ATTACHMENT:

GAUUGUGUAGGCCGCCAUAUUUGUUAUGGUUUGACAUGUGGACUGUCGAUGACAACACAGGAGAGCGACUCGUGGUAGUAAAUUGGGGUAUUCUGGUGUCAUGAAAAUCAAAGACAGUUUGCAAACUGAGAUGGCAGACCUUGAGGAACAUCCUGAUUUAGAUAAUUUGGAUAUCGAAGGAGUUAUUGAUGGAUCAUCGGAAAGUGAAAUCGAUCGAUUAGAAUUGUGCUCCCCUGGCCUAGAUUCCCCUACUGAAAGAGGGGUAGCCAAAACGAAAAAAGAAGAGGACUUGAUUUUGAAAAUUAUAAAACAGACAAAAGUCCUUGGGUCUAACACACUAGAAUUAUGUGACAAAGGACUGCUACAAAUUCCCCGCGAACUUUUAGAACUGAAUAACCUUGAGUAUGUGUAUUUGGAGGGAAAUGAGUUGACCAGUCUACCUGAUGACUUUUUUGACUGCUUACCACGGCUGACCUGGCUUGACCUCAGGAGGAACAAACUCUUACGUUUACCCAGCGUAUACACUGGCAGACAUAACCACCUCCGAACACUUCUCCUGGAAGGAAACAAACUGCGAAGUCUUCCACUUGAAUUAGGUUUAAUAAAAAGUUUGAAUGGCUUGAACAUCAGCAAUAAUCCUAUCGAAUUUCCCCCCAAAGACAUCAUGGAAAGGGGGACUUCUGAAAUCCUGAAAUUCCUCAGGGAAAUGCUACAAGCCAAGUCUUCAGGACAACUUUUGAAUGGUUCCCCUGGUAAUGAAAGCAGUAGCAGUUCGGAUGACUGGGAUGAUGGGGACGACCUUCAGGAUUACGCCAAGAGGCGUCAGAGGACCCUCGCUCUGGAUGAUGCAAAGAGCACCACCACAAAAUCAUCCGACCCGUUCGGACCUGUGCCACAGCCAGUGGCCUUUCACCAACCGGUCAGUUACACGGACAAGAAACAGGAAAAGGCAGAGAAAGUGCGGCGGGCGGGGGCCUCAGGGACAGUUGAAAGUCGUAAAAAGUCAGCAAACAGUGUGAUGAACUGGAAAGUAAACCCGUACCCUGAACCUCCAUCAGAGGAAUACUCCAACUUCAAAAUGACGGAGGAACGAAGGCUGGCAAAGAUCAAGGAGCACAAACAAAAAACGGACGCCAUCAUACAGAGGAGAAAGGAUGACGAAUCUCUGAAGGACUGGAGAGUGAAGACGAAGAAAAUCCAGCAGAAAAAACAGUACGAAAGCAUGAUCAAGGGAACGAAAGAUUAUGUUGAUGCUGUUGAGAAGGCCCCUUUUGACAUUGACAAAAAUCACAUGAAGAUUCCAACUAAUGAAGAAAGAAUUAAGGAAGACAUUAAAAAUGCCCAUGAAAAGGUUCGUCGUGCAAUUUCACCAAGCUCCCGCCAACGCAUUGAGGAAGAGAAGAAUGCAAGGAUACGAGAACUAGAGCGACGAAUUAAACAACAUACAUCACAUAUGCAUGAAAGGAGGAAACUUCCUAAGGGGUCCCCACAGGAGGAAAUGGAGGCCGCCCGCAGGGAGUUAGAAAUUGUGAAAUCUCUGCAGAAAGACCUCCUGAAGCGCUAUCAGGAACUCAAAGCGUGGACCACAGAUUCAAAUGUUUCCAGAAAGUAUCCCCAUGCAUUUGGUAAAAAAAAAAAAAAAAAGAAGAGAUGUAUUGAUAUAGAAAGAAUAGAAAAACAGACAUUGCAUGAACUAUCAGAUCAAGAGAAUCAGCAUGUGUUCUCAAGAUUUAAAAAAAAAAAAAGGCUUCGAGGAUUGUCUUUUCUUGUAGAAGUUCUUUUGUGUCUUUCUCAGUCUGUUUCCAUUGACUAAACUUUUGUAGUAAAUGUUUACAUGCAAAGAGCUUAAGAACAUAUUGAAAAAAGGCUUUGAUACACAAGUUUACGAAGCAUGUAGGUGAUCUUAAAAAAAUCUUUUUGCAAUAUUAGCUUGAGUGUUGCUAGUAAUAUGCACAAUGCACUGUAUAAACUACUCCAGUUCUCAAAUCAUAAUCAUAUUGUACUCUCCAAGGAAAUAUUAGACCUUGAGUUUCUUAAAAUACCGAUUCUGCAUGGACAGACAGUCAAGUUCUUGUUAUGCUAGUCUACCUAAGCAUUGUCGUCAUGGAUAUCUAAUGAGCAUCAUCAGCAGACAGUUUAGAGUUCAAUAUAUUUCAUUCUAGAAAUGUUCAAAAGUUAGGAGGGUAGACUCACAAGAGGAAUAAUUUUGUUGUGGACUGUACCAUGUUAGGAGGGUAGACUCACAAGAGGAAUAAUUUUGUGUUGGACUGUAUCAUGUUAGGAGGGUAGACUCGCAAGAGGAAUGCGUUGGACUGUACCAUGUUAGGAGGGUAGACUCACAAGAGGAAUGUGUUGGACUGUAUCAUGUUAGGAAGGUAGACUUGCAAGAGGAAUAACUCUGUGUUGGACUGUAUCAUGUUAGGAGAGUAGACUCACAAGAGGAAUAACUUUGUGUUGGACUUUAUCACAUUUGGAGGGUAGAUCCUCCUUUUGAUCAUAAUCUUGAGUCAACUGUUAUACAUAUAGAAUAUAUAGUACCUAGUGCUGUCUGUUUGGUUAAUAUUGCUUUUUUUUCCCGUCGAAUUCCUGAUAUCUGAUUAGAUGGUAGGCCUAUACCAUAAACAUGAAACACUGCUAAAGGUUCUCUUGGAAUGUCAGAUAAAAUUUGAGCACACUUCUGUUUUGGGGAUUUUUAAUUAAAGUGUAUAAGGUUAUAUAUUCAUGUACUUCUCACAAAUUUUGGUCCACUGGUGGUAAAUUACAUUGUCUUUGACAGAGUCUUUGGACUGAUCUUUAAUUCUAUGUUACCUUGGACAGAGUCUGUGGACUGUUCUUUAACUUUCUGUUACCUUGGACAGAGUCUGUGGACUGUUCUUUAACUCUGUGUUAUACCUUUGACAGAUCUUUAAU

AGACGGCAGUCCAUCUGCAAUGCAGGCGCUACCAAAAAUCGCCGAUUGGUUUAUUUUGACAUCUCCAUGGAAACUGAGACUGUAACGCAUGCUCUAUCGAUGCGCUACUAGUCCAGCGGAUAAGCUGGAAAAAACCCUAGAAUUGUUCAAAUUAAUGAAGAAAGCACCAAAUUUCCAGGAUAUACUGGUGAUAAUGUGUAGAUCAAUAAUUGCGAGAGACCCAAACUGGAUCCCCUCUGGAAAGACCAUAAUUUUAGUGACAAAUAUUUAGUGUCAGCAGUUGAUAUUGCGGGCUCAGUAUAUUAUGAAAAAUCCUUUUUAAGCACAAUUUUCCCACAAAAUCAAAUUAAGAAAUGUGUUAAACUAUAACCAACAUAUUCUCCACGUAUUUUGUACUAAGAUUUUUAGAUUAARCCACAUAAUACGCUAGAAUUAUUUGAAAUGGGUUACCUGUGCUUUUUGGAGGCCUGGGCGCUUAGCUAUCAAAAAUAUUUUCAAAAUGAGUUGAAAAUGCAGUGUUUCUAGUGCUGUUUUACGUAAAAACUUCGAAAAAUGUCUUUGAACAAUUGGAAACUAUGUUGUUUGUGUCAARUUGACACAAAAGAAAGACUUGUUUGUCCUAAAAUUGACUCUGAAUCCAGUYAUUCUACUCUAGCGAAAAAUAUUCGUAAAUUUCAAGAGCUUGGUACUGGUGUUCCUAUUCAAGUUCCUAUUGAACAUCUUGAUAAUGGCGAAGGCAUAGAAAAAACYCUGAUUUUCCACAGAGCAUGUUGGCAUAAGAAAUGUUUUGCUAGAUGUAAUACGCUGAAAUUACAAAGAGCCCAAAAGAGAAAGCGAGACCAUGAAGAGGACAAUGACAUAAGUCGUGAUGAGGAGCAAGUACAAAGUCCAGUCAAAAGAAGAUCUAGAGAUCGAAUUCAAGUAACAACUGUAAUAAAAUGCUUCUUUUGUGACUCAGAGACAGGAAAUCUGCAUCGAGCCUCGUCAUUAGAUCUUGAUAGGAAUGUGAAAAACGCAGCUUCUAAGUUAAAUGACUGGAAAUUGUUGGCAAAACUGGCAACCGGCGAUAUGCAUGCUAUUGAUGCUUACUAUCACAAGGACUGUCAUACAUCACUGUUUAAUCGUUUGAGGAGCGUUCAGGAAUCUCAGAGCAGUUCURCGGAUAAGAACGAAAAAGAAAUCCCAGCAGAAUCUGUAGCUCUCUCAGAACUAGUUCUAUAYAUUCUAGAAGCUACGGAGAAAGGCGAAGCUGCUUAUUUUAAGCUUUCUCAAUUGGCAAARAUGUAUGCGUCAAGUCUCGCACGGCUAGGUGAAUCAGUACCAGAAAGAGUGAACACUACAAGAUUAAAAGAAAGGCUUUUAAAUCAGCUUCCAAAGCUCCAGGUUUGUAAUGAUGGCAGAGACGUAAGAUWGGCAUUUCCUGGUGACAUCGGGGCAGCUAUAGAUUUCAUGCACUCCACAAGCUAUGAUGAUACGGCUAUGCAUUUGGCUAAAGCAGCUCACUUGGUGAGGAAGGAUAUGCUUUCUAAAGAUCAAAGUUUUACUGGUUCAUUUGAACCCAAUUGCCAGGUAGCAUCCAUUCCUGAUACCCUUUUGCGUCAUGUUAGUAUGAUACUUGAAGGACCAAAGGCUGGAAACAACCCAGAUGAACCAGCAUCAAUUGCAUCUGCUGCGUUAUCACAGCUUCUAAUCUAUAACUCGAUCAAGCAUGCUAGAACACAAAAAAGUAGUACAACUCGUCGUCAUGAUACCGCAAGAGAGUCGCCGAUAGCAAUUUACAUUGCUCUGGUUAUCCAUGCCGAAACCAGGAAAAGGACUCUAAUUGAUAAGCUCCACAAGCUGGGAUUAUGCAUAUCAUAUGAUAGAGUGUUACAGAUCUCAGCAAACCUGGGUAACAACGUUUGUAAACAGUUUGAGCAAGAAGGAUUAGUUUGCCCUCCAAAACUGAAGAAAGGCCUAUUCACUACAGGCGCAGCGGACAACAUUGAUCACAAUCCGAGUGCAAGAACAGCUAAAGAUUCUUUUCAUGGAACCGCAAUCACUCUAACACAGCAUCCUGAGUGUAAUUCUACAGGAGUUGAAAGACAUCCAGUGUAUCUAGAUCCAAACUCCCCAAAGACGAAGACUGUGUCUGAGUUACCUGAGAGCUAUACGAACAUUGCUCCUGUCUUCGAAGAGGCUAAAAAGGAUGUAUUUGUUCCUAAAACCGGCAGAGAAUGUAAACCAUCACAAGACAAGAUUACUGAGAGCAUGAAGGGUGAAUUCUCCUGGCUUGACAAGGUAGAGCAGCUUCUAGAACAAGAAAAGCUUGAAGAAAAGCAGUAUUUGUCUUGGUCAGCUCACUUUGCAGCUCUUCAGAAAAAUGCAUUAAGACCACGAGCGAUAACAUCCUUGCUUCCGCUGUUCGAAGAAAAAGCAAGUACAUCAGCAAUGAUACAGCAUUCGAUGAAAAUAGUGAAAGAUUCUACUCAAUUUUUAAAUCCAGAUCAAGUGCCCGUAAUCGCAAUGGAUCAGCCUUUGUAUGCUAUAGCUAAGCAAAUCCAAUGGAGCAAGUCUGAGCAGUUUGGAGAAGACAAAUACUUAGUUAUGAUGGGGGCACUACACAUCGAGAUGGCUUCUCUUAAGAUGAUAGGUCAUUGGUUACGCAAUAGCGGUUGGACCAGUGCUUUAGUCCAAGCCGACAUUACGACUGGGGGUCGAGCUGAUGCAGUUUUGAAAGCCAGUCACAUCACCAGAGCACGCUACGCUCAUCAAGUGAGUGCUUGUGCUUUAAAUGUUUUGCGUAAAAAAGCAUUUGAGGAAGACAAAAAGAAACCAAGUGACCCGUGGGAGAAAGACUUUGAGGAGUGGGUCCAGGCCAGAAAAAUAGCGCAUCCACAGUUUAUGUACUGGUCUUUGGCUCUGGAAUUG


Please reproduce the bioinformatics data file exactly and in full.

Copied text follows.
GAUUGUGUAGGCCGCCAUAUUUGUUAUGGUUUGACAUGUGGACUGUCGAUGACAACACAGGAGAGCGACUCGUGGUAGUAAAUUGGGGUAUUCUGGUGUCAUGAAAAUCAAAGACAGUUUGCAAACUGAGAUGGCAGACCUUGAGGAACAUCCUGAUUUAGAUAAUUUGGAUAUCGAAGGAGUUAUUGAUGGAUCAUCGGAAAGUGAAAUCGAUCGAUUAGAAUUGUGCUCCCCUGGCCUAGAUUCCCCUACUGAAAGAGGGGUAGCCAAAACGAAAAAAGAAGAGGACUUGAUUUUGAAAAUUAUAAAACAGACAAAAGUCCUUGGGUCUAACACACUAGAAUUAUGUGACAAAGGACUGCUACAAAUUCCCCGCGAACUUUUAGAACUGAAUAACCUUGAGUAUGUGUAUUUGGAGGGAAAUGAGUUGACCAGUCUACCUGAUGACUUUUUUGACUGCUUACCACGGCUGACCUGGCUUGACCUCAGGAGGAACAAACUCUUACGUUUACCCAGCGUAUACACUGGCAGACAUAACCACCUCCGAACACUUCUCCUGGAAGGAAACAAACUGCGAAGUCUUCCACUUGAAUUAGGUUUAAUAAAAAGUUUGAAUGGCUUGAACAUCAGCAAUAAUCCUAUCGAAUUUCCCCCCAAAGACAUCAUGGAAAGGGGGACUUCUGAAAUCCUGAAAUUCCUCAGGGAAAUGCUACAAGCCAAGUCUUCAGGACAACUUUUGAAUGGUUCCCCUGGUAAUGAAAGCAGUAGCAGUUCGGAUGACUGGGAUGAUGGGGACGACCUUCAGGAUUACGCCAAGAGGCGUCAGAGGACCCUCGCUCUGGAUGAUGCAAAGAGCACCACCACAAAAUCAUCCGACCCGUUCGGACCUGUGCCACAGCCAGUGGCCUUUCACCAACCGGUCAGUUACACGGACAAGAAACAGGAAAAGGCAGAGAAAGUGCGGCGGGCGGGGGCCUCAGGGACAGUUGAAAGUCGUAAAAAGUCAGCAAACAGUGUGAUGAACUGGAAAGUAAACCCGUACCCUGAACCUCCAUCAGAGGAAUACUCCAACUUCAAAAUGACGGAGGAACGAAGGCUGGCAAAGAUCAAGGAGCACAAACAAAAAACGGACGCCAUCAUACAGAGGAGAAAGGAUGACGAAUCUCUGAAGGACUGGAGAGUGAAGACGAAGAAAAUCCAGCAGAAAAAACAGUACGAAAGCAUGAUCAAGGGAACGAAAGAUUAUGUUGAUGCUGUUGAGAAGGCCCCUUUUGACAUUGACAAAAAUCACAUGAAGAUUCCAACUAAUGAAGAAAGAAUUAAGGAAGACAUUAAAAAUGCCCAUGAAAAGGUUCGUCGUGCAAUUUCACCAAGCUCCCGCCAACGCAUUGAGGAAGAGAAGAAUGCAAGGAUACGAGAACUAGAGCGACGAAUUAAACAACAUACAUCACAUAUGCAUGAAAGGAGGAAACUUCCUAAGGGGUCCCCACAGGAGGAAAUGGAGGCCGCCCGCAGGGAGUUAGAAAUUGUGAAAUCUCUGCAGAAAGACCUCCUGAAGCGCUAUCAGGAACUCAAAGCGUGGACCACAGAUUCAAAUGUUUCCAGAAAGUAUCCCCAUGCAUUUGGUAAAAAAAAAAAAAAAAAGAAGAGAUGUAUUGAUAUAGAAAGAAUAGAAAAACAGACAUUGCAUGAACUAUCAGAUCAAGAGAAUCAGCAUGUGUUCUCAAGAUUUAAAAAAAAAAAAAGGCUUCGAGGAUUGUCUUUUCUUGUAGAAGUUCUUUUGUGUCUUUCUCAGUCUGUUUCCAUUGACUAAACUUUUGUAGUAAAUGUUUACAUGCAAAGAGCUUAAGAACAUAUUGAAAAAAGGCUUUGAUACACAAGUUUACGAAGCAUGUAGGUGAUCUUAAAAAAAUCUUUUUGCAAUAUUAGCUUGAGUGUUGCUAGUAAUAUGCACAAUGCACUGUAUAAACUACUCCAGUUCUCAAAUCAUAAUCAUAUUGUACUCUCCAAGGAAAUAUUAGACCUUGAGUUUCUUAAAAUACCGAUUCUGCAUGGACAGACAGUCAAGUUCUUGUUAUGCUAGUCUACCUAAGCAUUGUCGUCAUGGAUAUCUAAUGAGCAUCAUCAGCAGACAGUUUAGAGUUCAAUAUAUUUCAUUCUAGAAAUGUUCAAAAGUUAGGAGGGUAGACUCACAAGAGGAAUAAUUUUGUUGUGGACUGUACCAUGUUAGGAGGGUAGACUCACAAGAGGAAUAAUUUUGUGUUGGACUGUAUCAUGUUAGGAGGGUAGACUCGCAAGAGGAAUGCGUUGGACUGUACCAUGUUAGGAGGGUAGACUCACAAGAGGAAUGUGUUGGACUGUAUCAUGUUAGGAAGGUAGACUUGCAAGAGGAAUAACUCUGUGUUGGACUGUAUCAUGUUAGGAGAGUAGACUCACAAGAGGAAUAACUUUGUGUUGGACUUUAUCACAUUUGGAGGGUAGAUCCUCCUUUUGAUCAUAAUCUUGAGUCAACUGUUAUACAUAUAGAAUAUAUAGUACCUAGUGCUGUCUGUUUGGUUAAUAUUGCUUUUUUUUCCCGUCGAAUUCCUGAUAUCUGAUUAGAUGGUAGGCCUAUACCAUAAACAUGAAACACUGCUAAAGGUUCUCUUGGAAUGUCAGAUAAAAUUUGAGCACACUUCUGUUUUGGGGAUUUUUAAUUAAAGUGUAUAAGGUUAUAUAUUCAUGUACUUCUCACAAAUUUUGGUCCACUGGUGGUAAAUUACAUUGUCUUUGACAGAGUCUUUGGACUGAUCUUUAAUUCUAUGUUACCUUGGACAGAGUCUGUGGACUGUUCUUUAACUUUCUGUUACCUUGGACAGAGUCUGUGGACUGUUCUUUAACUCUGUGUUAUACCUUUGACAGAUCUUUAAU

AGACGGCAGUCCAUCUGCAAUGCAGGCGCUACCAAAAAUCGCCGAUUGGUUUAUUUUGACAUCUCCAUGGAAACUGAGACUGUAACGCAUGCUCUAUCGAUGCGCUACUAGUCCAGCGGAUAAGCUGGAAAAAACCCUAGAAUUGUUCAAAUUAAUGAAGAAAGCACCAAAUUUCCAGGAUAUACUGGUGAUAAUGUGUAGAUCAAUAAUUGCGAGAGACCCAAACUGGAUCCCCUCUGGAAAGACCAUAAUUUUAGUGACAAAUAUUUAGUGUCAGCAGUUGAUAUUGCGGGCUCAGUAUAUUAUGAAAAAUCCUUUUUAAGCACAAUUUUCCCACAAAAUCAAAUUAAGAAAUGUGUUAAACUAUAACCAACAUAUUCUCCACGUAUUUUGUACUAAGAUUUUUAGAUUAARCCACAUAAUACGCUAGAAUUAUUUGAAAUGGGUUACCUGUGCUUUUUGGAGGCCUGGGCGCUUAGCUAUCAAAAAUAUUUUCAAAAUGAGUUGAAAAUGCAGUGUUUCUAGUGCUGUUUUACGUAAAAACUUCGAAAAAUGUCUUUGAACAAUUGGAAACUAUGUUGUUUGUGUCAARUUGACACAAAAGAAAGACUUGUUUGUCCUAAAAUUGACUCUGAAUCCAGUYAUUCUACUCUAGCGAAAAAUAUUCGUAAAUUUCAAGAGCUUGGUACUGGUGUUCCUAUUCAAGUUCCUAUUGAACAUCUUGAUAAUGGCGAAGGCAUAGAAAAAACYCUGAUUUUCCACAGAGCAUGUUGGCAUAAGAAAUGUUUUGCUAGAUGUAAUACGCUGAAAUUACAAAGAGCCCAAAAGAGAAAGCGAGACCAUGAAGAGGACAAUGACAUAAGUCGUGAUGAGGAGCAAGUACAAAGUCCAGUCAAAAGAAGAUCUAGAGAUCGAAUUCAAGUAACAACUGUAAUAAAAUGCUUCUUUUGUGACUCAGAGACAGGAAAUCUGCAUCGAGCCUCGUCAUUAGAUCUUGAUAGGAAUGUGAAAAACGCAGCUUCUAAGUUAAAUGACUGGAAAUUGUUGGCAAAACUGGCAACCGGCGAUAUGCAUGCUAUUGAUGCUUACUAUCACAAGGACUGUCAUACAUCACUGUUUAAUCGUUUGAGGAGCGUUCAGGAAUCUCAGAGCAGUUCURCGGAUAAGAACGAAAAAGAAAUCCCAGCAGAAUCUGUAGCUCUCUCAGAACUAGUUCUAUAYAUUCUAGAAGCUACGGAGAAAGGCGAAGCUGCUUAUUUUAAGCUUUCUCAAUUGGCAAARAUGUAUGCGUCAAGUCUCGCACGGCUAGGUGAAUCAGUACCAGAAAGAGUGAACACUACAAGAUUAAAAGAAAGGCUUUUAAAUCAGCUUCCAAAGCUCCAGGUUUGUAAUGAUGGCAGAGACGUAAGAUWGGCAUUUCCUGGUGACAUCGGGGCAGCUAUAGAUUUCAUGCACUCCACAAGCUAUGAUGAUACGGCUAUGCAUUUGGCUAAAGCAGCUCACUUGGUGAGGAAGGAUAUGCUUUCUAAAGAUCAAAGUUUUACUGGUUCAUUUGAACCCAAUUGCCAGGUAGCAUCCAUUCCUGAUACCCUUUUGCGUCAUGUUAGUAUGAUACUUGAAGGACCAAAGGCUGGAAACAACCCAGAUGAACCAGCAUCAAUUGCAUCUGCUGCGUUAUCACAGCUUCUAAUCUAUAACUCGAUCAAGCAUGCUAGAACACAAAAAAGUAGUACAACUCGUCGUCAUGAUACCGCAAGAGAGUCGCCGAUAGCAAUUUACAUUGCUCUGGUUAUCCAUGCCGAAACCAGGAAAAGGACUCUAAUUGAUAAGCUCCACAAGCUGGGAUUAUGCAUAUCAUAUGAUAGAGUGUUACAGAUCUCAGCAAACCUGGGUAACAACGUUUGUAAACAGUUUGAGCAAGAAGGAUUAGUUUGCCCUCCAAAACUGAAGAAAGGCCUAUUCACUACAGGCGCAGCGGACAACAUUGAUCACAAUCCGAGUGCAAGAACAGCUAAAGAUUCUUUUCAUGGAACCGCAAUCACUCUAACACAGCAUCCUGAGUGUAAUUCUACAGGAGUUGAAAGACAUCCAGUGUAUCUAGAUCCAAACUCCCCAAAGACGAAGACUGUGUCUGAGUUACCUGAGAGCUAUACGAACAUUGCUCCUGUCUUCGAAGAGGCUAAAAAGGAUGUAUUUGUUCCUAAAACCGGCAGAGAAUGUAAACCAUCACAAGACAAGAUUACUGAGAGCAUGAAGGGUGAAUUCUCCUGGCUUGACAAGGUAGAGCAGCUUCUAGAACAAGAAAAGCUUGAAGAAAAGCAGUAUUUGUCUUGGUCAGCUCACUUUGCAGCUCUUCAGAAAAAUGCAUUAAGACCACGAGCGAUAACAUCCUUGCUUCCGCUGUUCGAAGAAAAAGCAAGUACAUCAGCAAUGAUACAGCAUUCGAUGAAAAUAGUGAAAGAUUCUACUCAAUUUUUAAAUCCAGAUCAAGUGCCCGUAAUCGCAAUGGAUCAGCCUUUGUAUGCUAUAGCUAAGCAAAUCCAAUGGAGCAAGUCUGAGCAGUUUGGAGAAGACAAAUACUUAGUUAUGAUGGGGGCACUACACAUCGAGAUGGCUUCUCUUAAGAUGAUAGGUCAUUGGUUACGCAAUAGCGGUUGGACCAGUGCUUUAGUCCAAGCCGACAUUACGACUGGGGGUCGAGCUGAUGCAGUUUUGAAAGCCAGUCACAUCACCAGAGCACGCUACGCUCAUCAAGUGAGUGCUUGUGCUUUAAAUGUUUUGCGUAAAAAAGCAUUUGAGGAAGACAAAAAGAAACCAAGUGACCCGUGGGAGAAAGACUUUGAGGAGUGGGUCCAGGCCAGAAAAAUAGCGCAUCCACAGUUUAUGUACUGGUCUUUGGCUCUGGAAUUG